The speakers were aiming to answer the questions related to support of independent media outlets confronting propaganda, the role of the public service broadcasters and what the media communities in the EU and EaP countries can learn from each other.
Boris Navasardian, Member of the EaP CSF Steering Committee, President of the Yerevan Press Club emphasized that what is happening in the EaP region is highly important for the EU since the EU and EaP countries have the same priorities in the field of media freedom and countering disinformation and propaganda. He presented the EaP CSF re-granting project “Joining Efforts and Skills to Confront Propaganda” that analyses the frequency of appearance of “travelling” propaganda messages in the selected media of the EaP countries and Russia, as well as the way the messages are presented by their authors and media outlets (support, rejection, neutrality). “Disinformation is not always about clear lies but rather manipulation through one-sided presentation of facts and ideas,” pointed out Mr Navasardian.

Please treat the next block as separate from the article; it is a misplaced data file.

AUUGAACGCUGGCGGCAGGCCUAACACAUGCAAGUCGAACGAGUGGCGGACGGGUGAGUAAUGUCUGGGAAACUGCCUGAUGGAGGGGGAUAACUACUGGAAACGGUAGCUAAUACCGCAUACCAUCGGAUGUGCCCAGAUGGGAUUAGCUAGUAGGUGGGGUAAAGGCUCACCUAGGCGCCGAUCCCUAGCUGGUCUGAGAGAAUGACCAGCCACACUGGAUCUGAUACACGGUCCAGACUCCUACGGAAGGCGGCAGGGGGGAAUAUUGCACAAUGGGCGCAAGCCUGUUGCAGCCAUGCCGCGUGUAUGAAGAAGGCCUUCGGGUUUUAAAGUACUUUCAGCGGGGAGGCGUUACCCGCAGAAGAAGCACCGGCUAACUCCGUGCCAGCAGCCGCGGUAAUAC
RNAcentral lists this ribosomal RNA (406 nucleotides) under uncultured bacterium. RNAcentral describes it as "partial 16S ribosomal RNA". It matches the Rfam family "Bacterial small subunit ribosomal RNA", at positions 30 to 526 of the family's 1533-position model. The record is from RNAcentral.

Agnieszka Romaszewska-Guzy, Director of Belsat TV emphasized that fighting disinformation war is about being proactive. She stated that the EU soft power strategy is not the best approach towards countering Russian propaganda and argued that “the best defence is attack”. Strengthening national identity and encouraging civic activities is key to countering Russkiy Mir propaganda.
Jakub Kalensky from the EEAS East Stratcom Task Force focused on raising awareness about Russian propaganda and the need to invest in education in order to make more people aware of the extent of the disinformation campaigns. The Task Force should be strengthened through establishing units with at least one officer per each EaP country. In addition to the East StratCom Task Force local reactions from the EU Member States are needed, and the Czech Centre against Terrorism and Hybrid Threats could be taken as an example.
Miriam Lexmann, Director of the EU Office, International Republican Institute emphasized that fear mongering and manipulation through sentiments are easier when “clicks, likes and shares are the main assets”. Accusing and shaming people who fell into the trap of propaganda can only worsen the situation. “We live in our own social media bubbles. A broader approach is needed to counter propaganda,“ she said.
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